G+: How the competition stacks up
There’s been some buzz going around lately that G+ is a potential Facebook killer. Personally, I don’t believe that kind of hype.
“But Josh! You just said last post that you liked G+. Why the change of opinion?”
Well, I didn’t change my opinion. I still firmly believe G+ is a solid platform with a lot a room to grow into a dominant social media site. What I don’t buy into is that it is in direct competition with Facebook. Not in its current form at least. There’s a lot that G+ lacks that Facebook still reigns supreme in the social media market.
Personally, I feel that G+ is lining itself up more to compete with Twitter right now, but not in the sense that it’s going to conquer it. Essentially, both platforms exist to send out messages to those who “follow” them. There is a simple opt-in opt-out method of whom to follow that doesn’t quite make it seem so intimate as becoming “friends.” This lack of intimacy does make it a little unorthodox when it comes to trying to share information. On G+ and Twitter you’re limited to “Tagging” the person that you want to share information with, whereas on Facebook this is easily skipped over and you can simply post directly to their wall. It also allows to more easily follow discussions: a place where both Facebook and G+ shine, but where Twitter lacks.
So where’s the innovation? What can we expect to see?
The way that I see the current trend of these sites is this: Facebook seems to have itself rooted firmly in the ground as the Family & Friends network; A one-stop shop to catch up with those who are close to you.
Twitter seems to have evolved itself to an Instant News Network. Sure you can follow your friends and family and post about what you had for lunch, but it’s so much more powerful than that. Follow prominent people in your job field, news networks, and businesses and it turns into constant stream of information offering latest news headlines and trending industry topics. I like to think of Twitter more along the lines of a running ticker you normally see at the bottom of a newscast that has the latest hot topics.
Google+, although still growing, has become my stop for discussion. The platform offers copious amounts of room to post until your heart’s content. I see it as being a social blogging site of sorts. It gives the freedom to not only choose to exactly who is able to see your posts, but to also use your circles to filter out different categories of information that you want to see for yourself. So if I put a bunch of known photographers into a Photography circle, I can simply click on that and get a personal feed of all their posts. G+ allows users to easily filter themselves out to particular groups, but equally easy to filter incoming messages.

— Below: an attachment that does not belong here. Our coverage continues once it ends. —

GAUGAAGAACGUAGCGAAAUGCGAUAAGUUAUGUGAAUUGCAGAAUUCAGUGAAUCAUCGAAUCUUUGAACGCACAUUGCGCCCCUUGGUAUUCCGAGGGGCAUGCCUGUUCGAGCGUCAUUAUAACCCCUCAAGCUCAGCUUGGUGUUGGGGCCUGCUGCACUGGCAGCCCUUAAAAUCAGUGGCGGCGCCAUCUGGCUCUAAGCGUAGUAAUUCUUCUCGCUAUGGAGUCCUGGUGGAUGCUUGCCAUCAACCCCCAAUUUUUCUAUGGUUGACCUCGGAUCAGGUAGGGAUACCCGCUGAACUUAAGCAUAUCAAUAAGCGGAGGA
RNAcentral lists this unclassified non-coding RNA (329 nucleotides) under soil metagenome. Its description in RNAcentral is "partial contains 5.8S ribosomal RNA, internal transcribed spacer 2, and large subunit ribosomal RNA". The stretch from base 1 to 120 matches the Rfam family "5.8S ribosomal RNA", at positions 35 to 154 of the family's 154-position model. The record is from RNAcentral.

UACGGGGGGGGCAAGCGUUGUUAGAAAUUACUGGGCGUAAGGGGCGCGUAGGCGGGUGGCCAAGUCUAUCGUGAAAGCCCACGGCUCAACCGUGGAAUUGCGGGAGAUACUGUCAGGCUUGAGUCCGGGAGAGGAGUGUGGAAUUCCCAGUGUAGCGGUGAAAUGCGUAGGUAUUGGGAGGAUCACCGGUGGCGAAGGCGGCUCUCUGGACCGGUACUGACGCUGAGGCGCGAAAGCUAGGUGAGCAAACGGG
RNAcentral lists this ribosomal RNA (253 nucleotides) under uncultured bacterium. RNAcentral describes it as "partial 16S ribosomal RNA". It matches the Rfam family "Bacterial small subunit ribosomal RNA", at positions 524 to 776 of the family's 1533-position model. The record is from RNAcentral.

The grass is always greener
So how are each of the sites trying to sustain their userbase to prevent migration to other networks? Well if that past couple months have taught is anything it’s that these websites have proven to be rather dynamic. Each rolling out with new features seemingly trying to out-do one another.
When certain tools started appearing to help people import their Facebook contacts list to G+, Facebook shut them down. When G+ added games, Facebook responds with new game features such as bookmarks, achievements, and larger resolutions to play the games in. Twitter is even responding to both of these sites with their new photo gallery addition to profiles.
One of the biggest response to G+ has been Facebook’s new implementation of subscriptions and lists. The former being similar to G+, but more specifically Twitter, in terms of “following” specific people. So instead of being a fan or a friend, you can now subscribe to an individual’s (read: celebrity) feed. The latter, lists, are an answer to G+’s Circles. You can now go into your friend list and assign people to circles such as friends, family, co-workers, etc. and then when you submit posts for yourself you can assign to which group receives that information. The problems with this for me is:
1.) The process is tedious.
2.) I have established a wealthy amount of friends and I don’t want to go back and assign each individual into a specific group.
So although it’s nice for the users to have the option of using these features, I don’t see myself using them anytime soon, but who’s to say what the rest of the user-base will do?
Which horse should I bet on?
In the end it really makes no difference what platform that you choose to use, but you need to remember that there are plenty options out there. Each of these online platforms boasts registered users in the MILLIONS. By skipping out on any of them can lead to you or your company to miss out on something beneficial. I generally recommend everyone should jump into new social media outlets even just to test the water.
There most likely isn’t going to be one pure dominant social media outlet for the world that everyone uses and thinks is the best. There’s too much variance between the networks that almost act like checks and balances system to make sure that none of them seem completely rule the others. One site can do something innovative, but what’s stopping 50 others from emulating, and possibly implementing something even better? Websites aren’t the ones that ultimately win the battle for online dominance, it’s the users.
Thank you for checking out our Google+ blog series. I hope you have found the information relevant and useful. Stay tuned for more great blogs from IMG.